The New York Times: At Pulse Shooting Site, A Plan To Remember Renews Pain For Some

“The struggle to heal has been palpable here in the years since 2016, when a gunman turned Pulse, a gay nightclub, into what was then the site of the deadliest mass shooting in modern American history. Each year, thousands attend wrenching services to honor the 49 people who died. The crime scene has been transformed into a powerful shrine that celebrates the idea that love is stronger than hate. And there are plans to turn the shuttered club into the centerpiece of a permanent memorial and build a soaring museum nearby that would mark what happened here for generations to come. The county, the state and multiple corporations have agreed to give millions toward the $45 million project.”

Syria

Business Insider: The Prison Commander Says The Guards Are Trying To Deradicalize The Former ISIS Fighters By Giving Them Painting Exercises

“They sit, squat, lie, stand in their boilersuits, all huddled together. Then they wait. What are they waiting for? No one is sure at this precise moment. Somewhere in the east of Syria — where exactly, it can't be said — is the largest prison for former ISIS soldiers. In a small town near the Iraqi border, the remaining ISIS fighters fought one final battle with the Kurdish YPG militia and their Western allies in the spring. Higher-ranking ISIS members had already gone into hiding, especially those who'd come from elsewhere and who didn't have the connections or money to smuggle themselves out in time. The prisoners have no idea of what's gone on in the outside world since they were captured. They're only allowed to go to the courtyard for an hour a day — otherwise, they're completely isolated from the outside world by the walls of the former factory. Here's what it's like inside. The prison is in a heavily secured area near the city of Hasakah but the exact location of the prison has to be kept secret, according to the Kurdish YPG militia. The Kurdish commander wears a balaclava as many of the prison guards do too, to mask their identities when dealing with the ISIS members — the fear of acts of revenge should the fighters be released is far too great.”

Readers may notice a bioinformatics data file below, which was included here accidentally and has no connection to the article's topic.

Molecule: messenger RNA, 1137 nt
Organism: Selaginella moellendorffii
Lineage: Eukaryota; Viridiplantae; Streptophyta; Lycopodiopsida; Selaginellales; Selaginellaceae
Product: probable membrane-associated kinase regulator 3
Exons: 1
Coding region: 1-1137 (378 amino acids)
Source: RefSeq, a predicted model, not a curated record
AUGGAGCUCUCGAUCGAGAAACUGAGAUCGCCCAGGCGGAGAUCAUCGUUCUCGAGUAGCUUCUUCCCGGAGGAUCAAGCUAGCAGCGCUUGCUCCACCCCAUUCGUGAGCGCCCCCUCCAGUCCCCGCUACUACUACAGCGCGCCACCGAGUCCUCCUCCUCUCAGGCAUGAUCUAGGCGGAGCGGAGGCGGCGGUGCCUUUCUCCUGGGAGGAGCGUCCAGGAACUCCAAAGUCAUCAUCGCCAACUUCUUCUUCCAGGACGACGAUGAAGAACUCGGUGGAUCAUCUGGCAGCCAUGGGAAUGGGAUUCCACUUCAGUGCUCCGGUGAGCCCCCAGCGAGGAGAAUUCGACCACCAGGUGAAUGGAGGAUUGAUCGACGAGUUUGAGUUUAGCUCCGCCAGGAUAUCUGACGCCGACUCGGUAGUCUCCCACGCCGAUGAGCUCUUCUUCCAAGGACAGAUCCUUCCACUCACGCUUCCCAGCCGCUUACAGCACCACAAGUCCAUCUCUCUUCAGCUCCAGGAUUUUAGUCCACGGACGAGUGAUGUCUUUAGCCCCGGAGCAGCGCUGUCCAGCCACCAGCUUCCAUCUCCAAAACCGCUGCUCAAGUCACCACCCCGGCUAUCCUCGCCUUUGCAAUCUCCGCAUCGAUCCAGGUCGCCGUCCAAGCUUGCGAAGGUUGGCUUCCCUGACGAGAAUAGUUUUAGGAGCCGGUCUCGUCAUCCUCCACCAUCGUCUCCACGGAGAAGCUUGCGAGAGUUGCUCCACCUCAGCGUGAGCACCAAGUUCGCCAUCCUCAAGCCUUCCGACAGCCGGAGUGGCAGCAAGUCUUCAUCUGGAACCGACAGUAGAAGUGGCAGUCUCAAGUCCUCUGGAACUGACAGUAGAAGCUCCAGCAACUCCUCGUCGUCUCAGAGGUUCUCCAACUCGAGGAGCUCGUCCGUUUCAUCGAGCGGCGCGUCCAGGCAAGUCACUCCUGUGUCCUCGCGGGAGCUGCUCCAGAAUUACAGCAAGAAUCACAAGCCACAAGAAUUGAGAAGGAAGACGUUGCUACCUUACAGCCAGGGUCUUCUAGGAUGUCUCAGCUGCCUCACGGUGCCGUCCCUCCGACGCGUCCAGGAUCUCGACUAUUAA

Al Jazeera: 'No War And No Peace' In Syria, Analysts Say

“More than eight years into devastating conflict, Syria appears to be stuck in a situation of "no war and no peace", analysts have said. The Syrian conflict erupted in 2011 after government forces cracked down on civilian protesters demanding more freedom and economic opportunities. Regional powers, including Turkey and Iran, along with Russia, have played a critical role in backing opposing sides to the conflict in recent years. However, with each of these external actors facing domestic political pressures, they have let the Syrian conflict drift into a stalemate, the analysts said on Saturday at the Doha Forum, a two-day conference in the Qatari capital.”

Iran

CNBC: The Aramco Attack Was An ‘Act Of War’ By Iran: Senior State Department Official